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Understanding Loudness and Why It Matters

Understanding Loudness

What is loudness, and why does it matter in the long run?

Loudness is one of those terms that often gets used and misused by those starting in the audio industry, but understanding what loudness is will make sure that your audio stands out in today’s streaming world.


Loudness is a subjective term, which corresponds closely to sound intensity but is not the same as sound intensity. It can be defined as “the attribute of a sound that determines the magnitude of the auditory sensation produced and that primarily depends on the amplitude of the sound wave involved.” (Merriam-Webster). The crucial factor to remember about loudness is that it is ‘subjective’. Like many things in life, and especially in audio, subjectivity can lead to problems. What we need is precision.

Whilst there are some parallels with sound intensity, we should always remember the subjective nature of perception when using the term. For example, what you may perceive as a ‘loud’ sound may be ‘quiet’ to someone else, especially if that person has a hearing impairment. Remember, the physical sound intensity and sound level produced by the sound object are the same. It is why we tend to have a ‘volume’ control to enable us to adjust the ‘loudness’ of a television, phone ring, radio etc, where we can set the level to our own perceived listening sweet spot.

In a quest for objective measurements, acoustics provides us with a couple of different measurements: Sound Power Level (SWL), Sound Pressure Level (SPL), and Sound Intensity Level (SIL), which accurately measure the physical pressure of sound waves. These objective values are measured in decibels (dB). The decibel is a measurement of the difference between power or intensity in acoustic or electrical signals, expressed as a ratio. 

SPL is used to measure the level of sound present at a particular point. There are a few variants of SPL measurement, but with regards loudness, dB(A) is the most relevant. The dB(A) is a weighting curve which is applied to an SPL measurement. The A-weighted curve corresponds to the sensitivity of human hearing at low levels and thus is correlated closely to perceived loudness.

To complicate matters and return to the problem of subjectivity, our ears are not uniformly sensitive to all frequencies, so a sound pressure measurement does not provide all the answers. For example, a 60Hz tone at 40dB will appear as ‘loud’ as a 15dB 1kHz tone (for more information on this, search for equal loudness contours or the Fletcher Munson Curves). So how do we get a more accurate measurement of loudness?

Given that meters don’t measure loudness, what are we seeing on our dB meters? 

In most cases, a decibel meter is showing the representation of a peak value in the signal. For most analogue audio systems, it is the measure of voltage present in the circuit. For example, the voltage output from a preamp with a connected microphone. The scale shown in most digital audio workstations (DAW) shows the amplitude (size) of the signal in relation to the maximum voltage that the system can handle, before it starts to clip the signal.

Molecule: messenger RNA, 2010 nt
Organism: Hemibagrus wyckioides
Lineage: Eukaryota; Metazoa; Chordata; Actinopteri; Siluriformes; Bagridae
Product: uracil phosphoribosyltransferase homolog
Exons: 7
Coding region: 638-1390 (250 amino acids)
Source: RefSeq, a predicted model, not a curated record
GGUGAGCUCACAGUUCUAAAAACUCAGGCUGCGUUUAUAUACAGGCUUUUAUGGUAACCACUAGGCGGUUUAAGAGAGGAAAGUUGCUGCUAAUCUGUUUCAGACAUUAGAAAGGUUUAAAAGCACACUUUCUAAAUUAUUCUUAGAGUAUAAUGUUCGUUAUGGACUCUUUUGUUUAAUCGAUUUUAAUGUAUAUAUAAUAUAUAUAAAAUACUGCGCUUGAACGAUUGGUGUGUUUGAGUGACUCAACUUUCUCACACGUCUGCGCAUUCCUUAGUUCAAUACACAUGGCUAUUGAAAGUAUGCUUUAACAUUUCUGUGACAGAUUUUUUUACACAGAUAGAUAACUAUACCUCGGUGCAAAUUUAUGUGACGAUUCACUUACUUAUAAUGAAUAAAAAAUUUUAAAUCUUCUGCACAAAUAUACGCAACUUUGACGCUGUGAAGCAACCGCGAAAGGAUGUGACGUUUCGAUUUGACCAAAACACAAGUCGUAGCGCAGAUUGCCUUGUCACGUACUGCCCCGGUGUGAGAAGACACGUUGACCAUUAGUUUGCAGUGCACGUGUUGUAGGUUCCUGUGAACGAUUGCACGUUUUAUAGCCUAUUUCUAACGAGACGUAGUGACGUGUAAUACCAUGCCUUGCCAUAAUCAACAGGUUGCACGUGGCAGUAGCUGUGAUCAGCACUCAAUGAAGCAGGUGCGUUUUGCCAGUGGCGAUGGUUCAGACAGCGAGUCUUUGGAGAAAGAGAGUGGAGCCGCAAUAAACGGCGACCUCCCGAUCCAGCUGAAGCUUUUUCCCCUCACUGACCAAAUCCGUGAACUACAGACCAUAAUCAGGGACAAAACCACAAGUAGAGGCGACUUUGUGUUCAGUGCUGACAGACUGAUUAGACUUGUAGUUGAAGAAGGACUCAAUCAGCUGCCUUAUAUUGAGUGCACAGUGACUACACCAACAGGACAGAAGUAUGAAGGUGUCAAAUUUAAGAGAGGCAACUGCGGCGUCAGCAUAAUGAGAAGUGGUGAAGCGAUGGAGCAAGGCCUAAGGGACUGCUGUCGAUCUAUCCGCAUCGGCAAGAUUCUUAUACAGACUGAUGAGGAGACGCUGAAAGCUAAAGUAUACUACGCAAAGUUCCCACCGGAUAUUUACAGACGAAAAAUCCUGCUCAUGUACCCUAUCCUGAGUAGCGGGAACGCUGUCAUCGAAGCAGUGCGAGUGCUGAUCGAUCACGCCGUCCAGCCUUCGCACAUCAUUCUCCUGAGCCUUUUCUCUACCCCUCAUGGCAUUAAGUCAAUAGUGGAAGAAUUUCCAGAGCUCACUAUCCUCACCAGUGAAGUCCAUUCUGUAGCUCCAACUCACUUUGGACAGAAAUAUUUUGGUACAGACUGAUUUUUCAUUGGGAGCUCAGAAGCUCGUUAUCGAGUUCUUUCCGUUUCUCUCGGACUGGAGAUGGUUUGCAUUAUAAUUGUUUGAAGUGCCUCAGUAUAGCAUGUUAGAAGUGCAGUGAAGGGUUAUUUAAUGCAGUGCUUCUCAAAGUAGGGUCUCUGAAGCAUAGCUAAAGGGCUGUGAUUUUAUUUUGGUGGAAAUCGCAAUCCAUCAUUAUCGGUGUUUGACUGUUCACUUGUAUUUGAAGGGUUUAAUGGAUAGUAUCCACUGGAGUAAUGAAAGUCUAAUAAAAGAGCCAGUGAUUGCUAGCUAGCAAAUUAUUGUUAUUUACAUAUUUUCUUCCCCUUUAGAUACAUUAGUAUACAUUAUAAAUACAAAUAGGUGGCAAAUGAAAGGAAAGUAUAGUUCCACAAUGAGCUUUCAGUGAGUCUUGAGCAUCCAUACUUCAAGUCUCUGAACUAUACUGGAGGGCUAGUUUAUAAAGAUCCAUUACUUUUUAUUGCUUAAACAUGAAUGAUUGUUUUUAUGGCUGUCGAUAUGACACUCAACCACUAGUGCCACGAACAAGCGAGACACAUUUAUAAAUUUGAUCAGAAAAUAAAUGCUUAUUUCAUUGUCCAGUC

Peak meters, such as PPMs, will measure the loudest amplitude points on the signal waveform, therefore they can be used as an indicator of how much headroom you have left in your system. Headroom is the ‘safety zone’ between your signal peak and the system’s maximum signal level, above which you will get clipping occurring. As such, PPM meters do not provide information about the subjective loudness of the material.



Image 1 - A dB Meter in ProTools


There are a range of meters however that have been and are used to get closer to a measurement of loudness, the most common being the VU (Voltage Unit) meter. They use the Root Mean Square (RMS) value of the signal, where the meter measures the variance of the signal over time. Even so RMS is not an accurate measure of loudness. 

For example, a door slam could have a high transient peak and quick decay, but will have a low RMS measurement, compared to a constant babble of a stream which may not have any associated peaks, and could have a higher RMS value.

RMS meters are useful but we still don’t have a method for measuring ‘loudness’, and once again why should we care? 

Image 2 - Signal Headroom and Dynamic Range

Image 3 - Digital VU Meter

So why do we need to worry about loudness?

With the introduction of digital audio and then the CD, audio and mastering engineers could push the overall level and perceived loudness of their audio thanks to processing techniques (such as brick-wall limiting) which were not possible analogue world. This led to the so-called ‘loudness wars’ of the late 1990’s and early 2000’s, where audio was squashed and compressed to appear ‘louder’ than other material. Dynamics and dynamic range were gone.

Given that most sounds are made up of a combination of transient peaks and decays or sustained /constant areas and troughs, dynamics are integral to a piece of audio. The dynamic range of a piece of equipment is the difference between the loudest and quietest sounds a piece of audio equipment can reproduce. The dynamic range of a piece of audio is the range of level changes that occur throughout a song or broadcast.

The audio waveform

By squashing the peaks and bring up the quieter parts, the audio starts to sound ‘loud’, and by trying to get the level of the audio as close to 0dBFS (the upper limit of a digital audio system) as possible, audio was becoming ‘louder’ without the consumer needing to touch their volume control. 

Most people are aware of this phenomena when they complain about the way that TV commercials are usually so much ‘louder’ than the programme they were watching. Given that advertisers need attention, commercials were made to be LOUD and ideally louder than the competitors! The way engineers achieved this was by compressing and squeezing every inch of dynamic range out of the audio. 

A new way to measure loudness was needed, step forward the Loudness Unit (LU).